Where interesting people say interesting things. Today, it’s Jimmy McLoughlin, former No 10 advisor and now podcast host.
Cause or correlation? Either way, a charity worth supporting
Nick Hungerford, the well-liked and respected entrepreneur behind Nutmeg, passed away last month aged just 42.
Before he died, he and his wife set up a charity – Elizabeth’s Smile – named after his young daughter to help children remember they can smile through the grieving process.
It reminded me of a startling fact about our politics. Almost half of prime ministers have lost a father before the age of 21; a third have lost a mother before the age of 22. It’s not just here. In the US, a third of US presidents have lost a parent before the age of 30.
Is it correlation or coincidence? I’d posit the former.
Losing a parent forces you to grow up quickly – maturing at an accelerated rate. It also leaves you with an early impression that time is finite, and you need to get on with making an impact in your life.
And surely it does something to build resilience, too. One of life’s most challenging moments happening so early on can only toughen the ‘rhino skin’ you need to get on in politics.
And finally, perhaps it makes you more compassionate and empathetic with other people – the ones you are trying to win votes from. Becoming the leader of a country is, after all, largely a coalition-building exercise.
You have to get people to support you that wouldn’t naturally bend your way – and you need them to believe you’d be there for them when it really matters.
The loss of a parent not only means the loss of a supporter and adviser, it can also mean you lose access to a huge network, which can be particularly impactful in your formative years before you have an opportunity to build a professional one of your own.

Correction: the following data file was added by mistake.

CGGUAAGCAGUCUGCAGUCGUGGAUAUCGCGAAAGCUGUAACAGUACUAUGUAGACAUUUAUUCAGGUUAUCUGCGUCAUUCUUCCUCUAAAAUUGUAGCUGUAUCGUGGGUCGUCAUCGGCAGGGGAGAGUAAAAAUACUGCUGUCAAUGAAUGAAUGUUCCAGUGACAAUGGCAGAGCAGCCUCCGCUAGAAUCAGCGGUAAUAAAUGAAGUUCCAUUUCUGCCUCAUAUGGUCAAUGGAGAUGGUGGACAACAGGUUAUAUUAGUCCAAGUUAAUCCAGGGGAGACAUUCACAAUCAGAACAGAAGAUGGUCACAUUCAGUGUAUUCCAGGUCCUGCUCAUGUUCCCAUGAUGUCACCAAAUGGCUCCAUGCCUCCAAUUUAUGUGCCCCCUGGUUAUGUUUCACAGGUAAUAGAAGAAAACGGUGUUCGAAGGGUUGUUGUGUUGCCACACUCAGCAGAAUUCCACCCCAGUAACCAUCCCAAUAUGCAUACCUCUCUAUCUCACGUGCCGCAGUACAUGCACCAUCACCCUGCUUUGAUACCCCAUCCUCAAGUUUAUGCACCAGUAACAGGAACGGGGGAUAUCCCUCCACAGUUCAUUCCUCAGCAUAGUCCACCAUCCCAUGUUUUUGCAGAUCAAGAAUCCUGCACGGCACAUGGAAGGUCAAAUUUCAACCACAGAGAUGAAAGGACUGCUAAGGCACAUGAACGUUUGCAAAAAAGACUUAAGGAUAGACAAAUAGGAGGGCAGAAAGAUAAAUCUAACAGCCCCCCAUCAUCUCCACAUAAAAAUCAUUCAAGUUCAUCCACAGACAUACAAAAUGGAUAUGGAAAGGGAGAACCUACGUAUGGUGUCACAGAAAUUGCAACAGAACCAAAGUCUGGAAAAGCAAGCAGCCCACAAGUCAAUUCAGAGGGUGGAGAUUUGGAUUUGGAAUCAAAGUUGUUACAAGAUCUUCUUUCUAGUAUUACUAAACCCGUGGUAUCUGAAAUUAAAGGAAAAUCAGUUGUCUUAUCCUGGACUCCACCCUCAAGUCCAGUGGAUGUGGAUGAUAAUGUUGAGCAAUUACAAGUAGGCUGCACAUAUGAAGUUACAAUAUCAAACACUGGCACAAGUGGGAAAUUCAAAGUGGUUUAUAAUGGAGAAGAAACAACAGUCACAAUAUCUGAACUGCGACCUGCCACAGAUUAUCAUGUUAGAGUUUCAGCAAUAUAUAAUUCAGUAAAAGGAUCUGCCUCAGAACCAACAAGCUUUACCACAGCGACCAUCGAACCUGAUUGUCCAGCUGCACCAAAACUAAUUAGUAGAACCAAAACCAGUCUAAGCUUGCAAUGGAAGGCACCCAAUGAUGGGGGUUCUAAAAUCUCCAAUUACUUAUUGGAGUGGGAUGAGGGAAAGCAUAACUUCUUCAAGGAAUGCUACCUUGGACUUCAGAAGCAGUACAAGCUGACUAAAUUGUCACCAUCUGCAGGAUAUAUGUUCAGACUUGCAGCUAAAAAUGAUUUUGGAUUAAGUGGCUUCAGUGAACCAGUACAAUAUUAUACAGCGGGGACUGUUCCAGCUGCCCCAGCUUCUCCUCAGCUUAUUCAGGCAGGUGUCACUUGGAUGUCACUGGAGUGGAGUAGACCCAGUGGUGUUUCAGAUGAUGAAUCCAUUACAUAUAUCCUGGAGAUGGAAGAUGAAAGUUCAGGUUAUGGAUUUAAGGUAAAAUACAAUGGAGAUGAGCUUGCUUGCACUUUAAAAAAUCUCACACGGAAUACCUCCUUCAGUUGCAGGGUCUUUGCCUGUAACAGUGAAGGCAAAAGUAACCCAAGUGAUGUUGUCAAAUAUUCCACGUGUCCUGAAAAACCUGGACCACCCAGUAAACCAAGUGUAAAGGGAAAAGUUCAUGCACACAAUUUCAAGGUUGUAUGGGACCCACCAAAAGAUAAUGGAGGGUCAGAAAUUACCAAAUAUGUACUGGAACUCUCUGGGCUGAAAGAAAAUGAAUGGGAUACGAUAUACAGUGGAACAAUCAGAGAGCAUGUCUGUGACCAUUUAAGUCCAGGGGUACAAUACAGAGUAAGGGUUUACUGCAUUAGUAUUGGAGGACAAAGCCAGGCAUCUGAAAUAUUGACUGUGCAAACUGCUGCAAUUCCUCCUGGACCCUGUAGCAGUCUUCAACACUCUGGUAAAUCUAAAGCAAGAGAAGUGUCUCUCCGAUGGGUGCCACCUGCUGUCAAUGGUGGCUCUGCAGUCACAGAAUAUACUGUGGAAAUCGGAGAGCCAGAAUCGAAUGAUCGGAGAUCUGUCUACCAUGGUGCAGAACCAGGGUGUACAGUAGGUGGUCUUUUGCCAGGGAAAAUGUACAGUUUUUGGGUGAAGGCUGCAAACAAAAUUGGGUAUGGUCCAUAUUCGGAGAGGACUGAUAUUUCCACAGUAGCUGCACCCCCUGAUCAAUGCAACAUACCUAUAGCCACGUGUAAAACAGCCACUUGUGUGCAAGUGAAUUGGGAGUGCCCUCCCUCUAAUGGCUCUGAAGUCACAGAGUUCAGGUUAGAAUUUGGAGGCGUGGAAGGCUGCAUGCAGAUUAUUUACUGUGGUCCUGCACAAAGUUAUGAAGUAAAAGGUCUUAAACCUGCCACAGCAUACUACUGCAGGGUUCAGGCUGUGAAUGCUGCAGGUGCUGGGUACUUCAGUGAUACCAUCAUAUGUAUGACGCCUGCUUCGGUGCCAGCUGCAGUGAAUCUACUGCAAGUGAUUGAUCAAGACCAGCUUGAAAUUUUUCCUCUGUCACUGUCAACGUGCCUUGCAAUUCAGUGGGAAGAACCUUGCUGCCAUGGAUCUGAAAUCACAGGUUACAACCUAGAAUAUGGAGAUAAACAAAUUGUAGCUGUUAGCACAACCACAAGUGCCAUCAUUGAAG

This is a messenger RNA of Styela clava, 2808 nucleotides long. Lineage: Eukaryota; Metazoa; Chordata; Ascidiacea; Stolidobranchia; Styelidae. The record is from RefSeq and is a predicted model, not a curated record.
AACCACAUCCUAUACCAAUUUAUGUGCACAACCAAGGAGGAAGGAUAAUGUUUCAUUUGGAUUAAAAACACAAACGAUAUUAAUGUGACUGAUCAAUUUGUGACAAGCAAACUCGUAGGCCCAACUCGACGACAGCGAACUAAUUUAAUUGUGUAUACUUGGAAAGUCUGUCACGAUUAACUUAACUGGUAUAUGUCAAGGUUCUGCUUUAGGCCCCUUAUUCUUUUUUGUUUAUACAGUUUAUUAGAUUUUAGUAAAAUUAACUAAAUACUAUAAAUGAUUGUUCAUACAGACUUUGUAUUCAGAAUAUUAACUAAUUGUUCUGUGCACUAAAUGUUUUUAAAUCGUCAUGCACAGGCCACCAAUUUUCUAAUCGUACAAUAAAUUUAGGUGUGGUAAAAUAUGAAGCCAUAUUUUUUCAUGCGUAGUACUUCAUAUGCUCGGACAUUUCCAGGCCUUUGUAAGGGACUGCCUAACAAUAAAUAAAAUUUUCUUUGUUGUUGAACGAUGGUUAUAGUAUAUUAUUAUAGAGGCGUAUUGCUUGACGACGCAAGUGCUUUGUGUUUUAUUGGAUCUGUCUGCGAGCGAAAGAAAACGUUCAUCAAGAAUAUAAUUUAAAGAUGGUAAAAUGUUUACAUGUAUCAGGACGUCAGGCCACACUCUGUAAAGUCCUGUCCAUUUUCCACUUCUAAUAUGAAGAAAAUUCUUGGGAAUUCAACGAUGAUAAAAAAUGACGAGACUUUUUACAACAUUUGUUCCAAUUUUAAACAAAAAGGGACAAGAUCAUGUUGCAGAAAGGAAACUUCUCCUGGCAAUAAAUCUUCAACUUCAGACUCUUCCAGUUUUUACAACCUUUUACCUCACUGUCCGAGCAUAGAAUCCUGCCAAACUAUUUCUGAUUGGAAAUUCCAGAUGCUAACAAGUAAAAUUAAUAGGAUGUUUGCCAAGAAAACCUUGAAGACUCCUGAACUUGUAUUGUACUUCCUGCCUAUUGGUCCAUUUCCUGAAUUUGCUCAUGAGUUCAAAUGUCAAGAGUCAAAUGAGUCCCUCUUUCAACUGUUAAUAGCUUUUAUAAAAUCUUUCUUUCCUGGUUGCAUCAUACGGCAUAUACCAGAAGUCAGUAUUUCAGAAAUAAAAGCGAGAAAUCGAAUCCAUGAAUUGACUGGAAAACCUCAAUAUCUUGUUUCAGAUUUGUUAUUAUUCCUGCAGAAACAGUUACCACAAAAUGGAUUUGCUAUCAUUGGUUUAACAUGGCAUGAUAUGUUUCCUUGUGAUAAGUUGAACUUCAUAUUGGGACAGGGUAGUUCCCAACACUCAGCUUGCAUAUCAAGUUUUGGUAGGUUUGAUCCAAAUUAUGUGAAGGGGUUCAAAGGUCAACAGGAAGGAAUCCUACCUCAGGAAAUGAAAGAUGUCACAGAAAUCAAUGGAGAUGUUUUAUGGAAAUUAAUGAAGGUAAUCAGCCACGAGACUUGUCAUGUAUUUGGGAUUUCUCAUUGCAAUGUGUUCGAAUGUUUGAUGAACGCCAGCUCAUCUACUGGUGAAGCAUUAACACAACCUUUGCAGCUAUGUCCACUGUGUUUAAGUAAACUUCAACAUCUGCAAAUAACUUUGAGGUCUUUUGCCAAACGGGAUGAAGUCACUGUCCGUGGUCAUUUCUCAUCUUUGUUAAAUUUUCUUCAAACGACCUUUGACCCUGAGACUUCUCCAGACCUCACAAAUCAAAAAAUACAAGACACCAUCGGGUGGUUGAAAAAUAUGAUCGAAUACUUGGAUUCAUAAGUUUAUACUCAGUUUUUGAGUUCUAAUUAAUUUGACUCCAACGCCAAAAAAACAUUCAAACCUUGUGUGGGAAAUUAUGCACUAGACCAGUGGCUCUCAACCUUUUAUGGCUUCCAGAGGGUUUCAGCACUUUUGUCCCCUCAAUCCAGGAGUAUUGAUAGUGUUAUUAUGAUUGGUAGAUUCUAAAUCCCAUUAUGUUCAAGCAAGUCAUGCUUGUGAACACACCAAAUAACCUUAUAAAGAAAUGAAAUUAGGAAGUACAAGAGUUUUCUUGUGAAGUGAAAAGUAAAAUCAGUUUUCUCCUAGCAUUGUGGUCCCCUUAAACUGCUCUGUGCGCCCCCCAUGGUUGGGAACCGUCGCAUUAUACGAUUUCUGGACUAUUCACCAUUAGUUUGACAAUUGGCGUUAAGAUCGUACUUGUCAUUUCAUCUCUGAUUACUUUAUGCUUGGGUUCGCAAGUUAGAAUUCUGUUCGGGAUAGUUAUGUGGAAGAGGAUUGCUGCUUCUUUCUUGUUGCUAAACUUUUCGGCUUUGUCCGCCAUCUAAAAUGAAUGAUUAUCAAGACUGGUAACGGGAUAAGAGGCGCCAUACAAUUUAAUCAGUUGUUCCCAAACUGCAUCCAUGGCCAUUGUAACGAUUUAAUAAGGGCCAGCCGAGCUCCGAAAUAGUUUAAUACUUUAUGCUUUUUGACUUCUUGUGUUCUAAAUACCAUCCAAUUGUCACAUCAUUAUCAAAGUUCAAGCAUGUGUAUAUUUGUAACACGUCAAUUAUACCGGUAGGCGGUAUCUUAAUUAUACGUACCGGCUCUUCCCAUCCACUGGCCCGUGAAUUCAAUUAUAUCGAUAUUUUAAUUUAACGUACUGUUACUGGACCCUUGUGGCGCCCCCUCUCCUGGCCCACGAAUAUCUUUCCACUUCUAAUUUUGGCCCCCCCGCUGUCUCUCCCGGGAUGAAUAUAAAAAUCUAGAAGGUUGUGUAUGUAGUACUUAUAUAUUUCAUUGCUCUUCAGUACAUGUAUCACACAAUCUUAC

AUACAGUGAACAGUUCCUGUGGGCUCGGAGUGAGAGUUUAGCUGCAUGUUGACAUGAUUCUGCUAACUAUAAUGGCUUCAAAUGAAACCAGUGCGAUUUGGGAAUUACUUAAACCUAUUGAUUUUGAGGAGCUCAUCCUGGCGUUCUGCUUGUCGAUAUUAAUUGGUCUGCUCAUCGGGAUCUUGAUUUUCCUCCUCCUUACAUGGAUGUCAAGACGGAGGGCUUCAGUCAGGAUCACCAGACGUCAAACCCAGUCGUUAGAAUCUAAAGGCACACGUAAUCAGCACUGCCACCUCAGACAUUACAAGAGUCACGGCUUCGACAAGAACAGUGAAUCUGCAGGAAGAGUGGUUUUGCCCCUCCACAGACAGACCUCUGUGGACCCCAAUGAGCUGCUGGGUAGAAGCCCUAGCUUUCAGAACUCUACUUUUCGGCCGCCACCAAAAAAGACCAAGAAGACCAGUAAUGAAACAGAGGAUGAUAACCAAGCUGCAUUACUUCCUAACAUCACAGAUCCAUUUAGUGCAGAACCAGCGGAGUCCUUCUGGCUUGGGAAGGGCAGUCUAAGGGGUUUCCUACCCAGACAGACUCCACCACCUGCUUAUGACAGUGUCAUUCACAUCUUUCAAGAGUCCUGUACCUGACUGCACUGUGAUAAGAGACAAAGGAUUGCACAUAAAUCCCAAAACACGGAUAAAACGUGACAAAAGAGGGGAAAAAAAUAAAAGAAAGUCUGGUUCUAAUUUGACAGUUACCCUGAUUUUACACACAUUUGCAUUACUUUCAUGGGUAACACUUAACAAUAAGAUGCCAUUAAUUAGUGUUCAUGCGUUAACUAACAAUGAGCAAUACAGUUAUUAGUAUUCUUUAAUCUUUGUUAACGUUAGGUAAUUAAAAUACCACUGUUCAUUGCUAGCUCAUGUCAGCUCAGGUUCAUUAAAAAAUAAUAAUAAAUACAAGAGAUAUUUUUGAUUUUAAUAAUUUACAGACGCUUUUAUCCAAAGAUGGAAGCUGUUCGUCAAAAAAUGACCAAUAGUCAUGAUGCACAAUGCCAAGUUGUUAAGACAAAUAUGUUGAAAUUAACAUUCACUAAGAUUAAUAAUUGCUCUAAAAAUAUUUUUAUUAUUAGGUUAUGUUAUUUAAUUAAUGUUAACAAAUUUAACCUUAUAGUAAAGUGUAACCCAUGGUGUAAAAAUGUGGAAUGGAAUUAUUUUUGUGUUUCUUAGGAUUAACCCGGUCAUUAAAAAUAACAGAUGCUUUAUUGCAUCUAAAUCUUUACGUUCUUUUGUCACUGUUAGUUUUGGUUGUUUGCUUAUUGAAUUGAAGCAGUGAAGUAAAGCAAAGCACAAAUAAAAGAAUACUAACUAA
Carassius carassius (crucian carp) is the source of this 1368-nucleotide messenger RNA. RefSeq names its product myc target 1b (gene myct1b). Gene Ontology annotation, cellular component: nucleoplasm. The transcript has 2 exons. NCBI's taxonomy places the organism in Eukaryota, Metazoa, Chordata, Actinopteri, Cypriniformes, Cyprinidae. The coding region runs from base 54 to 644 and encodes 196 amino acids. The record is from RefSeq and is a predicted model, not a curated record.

This is why the charity Elizabeth’s Smile is looking to build on its early work – and what a legacy that would be for Nick to leave behind in far more than just the tech and business world.
Rishi Sunak has taken a lot of social media stick for directing £500,000 of taxpayers’ cash to the Chess Federation. Don’t discount the importance of such a small amount, though.
In a focus group I once sat in, one of the starkest things I remember someone saying was ‘what can i do for free on a Saturday afternoon? Nothing’.
Small changes from the government can have a bigger impact than people think.
Calendar hole to fill
Last week, the CBI announced an events programme for the rest of the year: the big shock being that the annual conference has been pulled from the back-from-the-dead business group’s schedule.
It’s not the only big day out to now be missing in action: the IoD’s Annual Convention used to be held at the Royal Albert Hall in front of 3,000 delegates, with speakers ranging from Uber founder Travis Kalanick to former US President Ronald Reagan. That, too, has gone by the wayside.
There is now not likely to be a premier business gathering event before the next UK general election – a striking thought. In a time when it’s never been easier to organise events, it seems to be getting more challenging to pull off the truly momentous.
That’s a shame – for all the online content, nothing can replace the atmosphere of an electrifying speech that can change or inspire minds. It’s a big gap to fill: who will take the opportunity?
A man on the move
Speaking of events, I was at the Tony Blair Future of Britain conference last week (another prime minister who lost a parent all too early).
The conference had some stellar names lined up from the world of tech including Poppy Gustafsson from Darktrace.
A name that has not received as much prominent coverage yet though is Alex Kendall (pictured), the 20-something founder of Wayve who recently took Bill Gates out for a ride in an autonomous car around London.
We recorded an episode of Jimmy’s Jobs of the Future talking about how he built his prototype from his student bedroom, and how he and his flatmates took it for an early spin around the block.
It’s out today on Youtube or wherever you get your podcasts.
Can I quote you on that?
Boredom has effectively been abolishedColumnist James Marriott
on the rise of podcasts and entertainment more generally